History of the Mount
One island, a thousand faces…
Forgotten forests. Ancient lookouts. Tin-laden ships sailing over the horizon. Napoleonic sieges. Benedictine Monks. Uncover the Mount’s colourful history.
A magnetic draw
Imagine Neolithic man winding his way through towering woodland to watch livestock roam. Feel the same breeze as the Bronze Age settlers who hunted here. Be transported on white-crested waves back to a time of angels and visions.
Watch boats bobbing on to the harbour, where ships once creaked with Cornish tin and traders made their fortunes. The Mount may have evolved through the centuries but one thing has always remained the same. The way this unique island draws people in, to lay claim to the granite and call it their own.
The castle’s beginnings
By the time of the Norman conquest in 1066, St Michael's Mount had come into the possession of the monks of its sister isle, Mont St Michel in Normandy. In the 12th century it was their hands that built the church and priory that still lie at the heart of the castle today.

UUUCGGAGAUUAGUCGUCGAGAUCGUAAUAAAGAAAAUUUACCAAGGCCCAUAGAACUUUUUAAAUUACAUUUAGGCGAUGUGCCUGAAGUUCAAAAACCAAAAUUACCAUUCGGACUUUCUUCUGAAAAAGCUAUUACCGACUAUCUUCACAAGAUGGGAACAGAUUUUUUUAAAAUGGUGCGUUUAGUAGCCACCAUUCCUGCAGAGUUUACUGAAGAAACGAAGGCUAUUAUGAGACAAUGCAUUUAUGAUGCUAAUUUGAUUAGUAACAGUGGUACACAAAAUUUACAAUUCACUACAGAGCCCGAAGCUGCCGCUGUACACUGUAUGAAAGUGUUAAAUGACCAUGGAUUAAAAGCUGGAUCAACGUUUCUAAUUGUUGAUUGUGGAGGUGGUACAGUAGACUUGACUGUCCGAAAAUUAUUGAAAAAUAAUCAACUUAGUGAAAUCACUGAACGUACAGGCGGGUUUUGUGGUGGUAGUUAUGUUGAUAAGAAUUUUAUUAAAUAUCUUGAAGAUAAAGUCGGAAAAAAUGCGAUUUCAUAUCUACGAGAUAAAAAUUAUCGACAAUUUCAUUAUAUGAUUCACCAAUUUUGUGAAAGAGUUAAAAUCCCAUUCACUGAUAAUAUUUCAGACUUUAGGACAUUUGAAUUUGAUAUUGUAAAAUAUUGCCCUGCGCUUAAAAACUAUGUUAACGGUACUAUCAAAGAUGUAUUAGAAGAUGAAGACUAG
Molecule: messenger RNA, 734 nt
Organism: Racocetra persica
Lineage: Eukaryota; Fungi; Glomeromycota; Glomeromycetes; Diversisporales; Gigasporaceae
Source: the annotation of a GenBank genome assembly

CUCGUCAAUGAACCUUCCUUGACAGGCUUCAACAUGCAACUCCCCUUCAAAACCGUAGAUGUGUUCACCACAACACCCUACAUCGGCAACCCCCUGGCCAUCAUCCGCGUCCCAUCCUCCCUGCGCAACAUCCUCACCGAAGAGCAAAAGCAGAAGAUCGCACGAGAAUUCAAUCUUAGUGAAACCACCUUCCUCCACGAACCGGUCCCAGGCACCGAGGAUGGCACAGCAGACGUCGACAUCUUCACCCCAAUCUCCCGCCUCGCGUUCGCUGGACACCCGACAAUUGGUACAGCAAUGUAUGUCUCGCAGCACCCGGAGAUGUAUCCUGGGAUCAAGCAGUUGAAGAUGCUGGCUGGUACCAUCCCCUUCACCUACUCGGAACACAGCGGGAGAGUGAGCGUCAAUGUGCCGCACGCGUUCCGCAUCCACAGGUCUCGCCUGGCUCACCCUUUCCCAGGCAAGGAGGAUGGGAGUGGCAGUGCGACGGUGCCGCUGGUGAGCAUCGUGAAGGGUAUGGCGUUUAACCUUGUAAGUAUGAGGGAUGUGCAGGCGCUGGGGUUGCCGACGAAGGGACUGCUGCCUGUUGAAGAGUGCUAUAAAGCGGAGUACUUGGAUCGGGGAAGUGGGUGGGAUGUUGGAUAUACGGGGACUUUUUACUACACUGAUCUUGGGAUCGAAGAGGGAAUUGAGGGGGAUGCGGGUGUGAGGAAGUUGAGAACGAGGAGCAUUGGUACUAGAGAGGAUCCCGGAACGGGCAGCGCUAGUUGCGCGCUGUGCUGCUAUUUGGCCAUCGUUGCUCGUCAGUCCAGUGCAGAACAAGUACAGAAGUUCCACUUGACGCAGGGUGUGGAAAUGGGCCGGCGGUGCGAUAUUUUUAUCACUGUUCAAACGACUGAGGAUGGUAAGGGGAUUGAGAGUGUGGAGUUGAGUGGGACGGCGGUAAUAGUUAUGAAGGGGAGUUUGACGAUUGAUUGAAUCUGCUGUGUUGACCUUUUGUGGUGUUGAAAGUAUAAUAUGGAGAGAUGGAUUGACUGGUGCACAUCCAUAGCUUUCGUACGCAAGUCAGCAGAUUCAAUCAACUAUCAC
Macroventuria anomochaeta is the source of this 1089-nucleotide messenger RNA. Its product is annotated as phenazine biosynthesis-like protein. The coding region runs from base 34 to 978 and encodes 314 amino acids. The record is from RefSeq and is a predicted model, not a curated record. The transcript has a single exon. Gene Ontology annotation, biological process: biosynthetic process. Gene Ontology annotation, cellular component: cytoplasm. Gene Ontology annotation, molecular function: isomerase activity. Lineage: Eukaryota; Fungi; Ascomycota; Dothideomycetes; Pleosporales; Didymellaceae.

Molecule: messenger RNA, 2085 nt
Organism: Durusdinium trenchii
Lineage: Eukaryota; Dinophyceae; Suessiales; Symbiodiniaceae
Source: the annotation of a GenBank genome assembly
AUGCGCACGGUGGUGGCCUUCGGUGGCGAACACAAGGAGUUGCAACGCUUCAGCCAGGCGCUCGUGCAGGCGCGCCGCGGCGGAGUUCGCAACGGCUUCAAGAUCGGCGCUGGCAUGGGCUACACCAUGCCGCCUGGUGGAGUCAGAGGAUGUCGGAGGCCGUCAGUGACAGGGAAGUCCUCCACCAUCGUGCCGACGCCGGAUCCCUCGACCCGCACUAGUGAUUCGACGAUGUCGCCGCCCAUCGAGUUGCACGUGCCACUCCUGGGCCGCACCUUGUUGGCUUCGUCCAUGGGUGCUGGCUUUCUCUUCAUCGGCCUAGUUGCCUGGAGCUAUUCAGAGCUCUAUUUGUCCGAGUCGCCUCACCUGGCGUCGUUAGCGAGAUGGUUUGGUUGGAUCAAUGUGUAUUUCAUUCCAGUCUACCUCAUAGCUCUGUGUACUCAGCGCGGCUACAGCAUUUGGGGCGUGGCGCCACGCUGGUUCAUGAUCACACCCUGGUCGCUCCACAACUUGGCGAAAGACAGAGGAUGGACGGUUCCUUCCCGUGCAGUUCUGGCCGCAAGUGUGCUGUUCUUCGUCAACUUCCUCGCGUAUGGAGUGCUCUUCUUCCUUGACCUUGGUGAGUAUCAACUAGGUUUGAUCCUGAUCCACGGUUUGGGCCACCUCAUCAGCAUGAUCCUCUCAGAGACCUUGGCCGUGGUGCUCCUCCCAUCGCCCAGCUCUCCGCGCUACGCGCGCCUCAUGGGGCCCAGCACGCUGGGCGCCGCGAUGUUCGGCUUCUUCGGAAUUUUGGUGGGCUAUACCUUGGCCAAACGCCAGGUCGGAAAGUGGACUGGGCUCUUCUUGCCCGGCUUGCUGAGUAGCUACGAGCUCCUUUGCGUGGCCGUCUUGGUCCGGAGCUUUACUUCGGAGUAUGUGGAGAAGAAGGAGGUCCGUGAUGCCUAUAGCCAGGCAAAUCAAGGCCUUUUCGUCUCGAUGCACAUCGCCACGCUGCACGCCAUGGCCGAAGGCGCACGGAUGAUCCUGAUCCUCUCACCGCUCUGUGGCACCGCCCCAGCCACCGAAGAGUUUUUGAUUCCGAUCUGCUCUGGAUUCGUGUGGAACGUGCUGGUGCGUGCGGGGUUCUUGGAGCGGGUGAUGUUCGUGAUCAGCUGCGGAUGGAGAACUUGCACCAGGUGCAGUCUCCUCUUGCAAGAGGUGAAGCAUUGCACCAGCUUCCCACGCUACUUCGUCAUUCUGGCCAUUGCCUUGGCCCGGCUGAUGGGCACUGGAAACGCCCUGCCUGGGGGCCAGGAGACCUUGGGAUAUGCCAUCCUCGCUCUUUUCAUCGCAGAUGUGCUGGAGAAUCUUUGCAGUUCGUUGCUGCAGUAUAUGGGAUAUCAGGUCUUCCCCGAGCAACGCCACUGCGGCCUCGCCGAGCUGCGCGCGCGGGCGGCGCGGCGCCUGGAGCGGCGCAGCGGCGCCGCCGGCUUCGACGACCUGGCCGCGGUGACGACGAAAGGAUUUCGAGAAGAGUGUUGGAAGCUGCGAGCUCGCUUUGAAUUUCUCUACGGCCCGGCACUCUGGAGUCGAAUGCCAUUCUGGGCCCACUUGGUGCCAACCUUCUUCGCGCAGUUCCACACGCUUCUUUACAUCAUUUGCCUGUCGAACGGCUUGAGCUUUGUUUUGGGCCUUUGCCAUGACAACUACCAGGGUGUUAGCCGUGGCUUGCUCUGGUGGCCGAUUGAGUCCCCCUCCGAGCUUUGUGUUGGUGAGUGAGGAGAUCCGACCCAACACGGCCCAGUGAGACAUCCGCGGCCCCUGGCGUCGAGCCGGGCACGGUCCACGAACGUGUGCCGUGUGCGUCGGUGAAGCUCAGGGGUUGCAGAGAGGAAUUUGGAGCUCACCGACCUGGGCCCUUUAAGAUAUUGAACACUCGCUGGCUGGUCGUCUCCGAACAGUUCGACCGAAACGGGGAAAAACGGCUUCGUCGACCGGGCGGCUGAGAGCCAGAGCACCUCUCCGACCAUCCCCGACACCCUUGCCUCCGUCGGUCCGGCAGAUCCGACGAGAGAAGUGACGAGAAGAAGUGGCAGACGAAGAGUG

A site of conflict
From 1193 when the Mount was seized by Henry La Pomeray who disguised his men as pilgrims, through the Wars of the Roses in 1473 when the Mount was held by the Earl of Oxford, to the Civil War, when Royalists valiantly held back the forces of Oliver Cromwell – the Mount has weathered many times of battle. Gaze out across the rows of cannons which once drove a Napoleonic ship to its capture on Marazion beach or peer up to the top of the church tower where the first beacon was lit of the series that warned London of the approach of the Spanish Armada.
Find out more about our island’s rich history. Ask anyone in the community that calls the Mount their home, or take a village and castle tour with one of our island experts, who’ll combine the Mount’s rich history with their own first-hand knowledge.
Did you know? St Michael’s Mount used to have its very own herd of grazing cows, whose milk was churned in the island’s dairy to make cheese and butter for the islanders.
From a pilgrim’s path uncovered in the 1950s that is now the main route to the castle, to ancient tree stumps, blackened with age, unearthed in a recent storms, and Bronze age artefacts dug up by our gardeners – the Mount never ceases to surprise us. What secrets will it yield to you?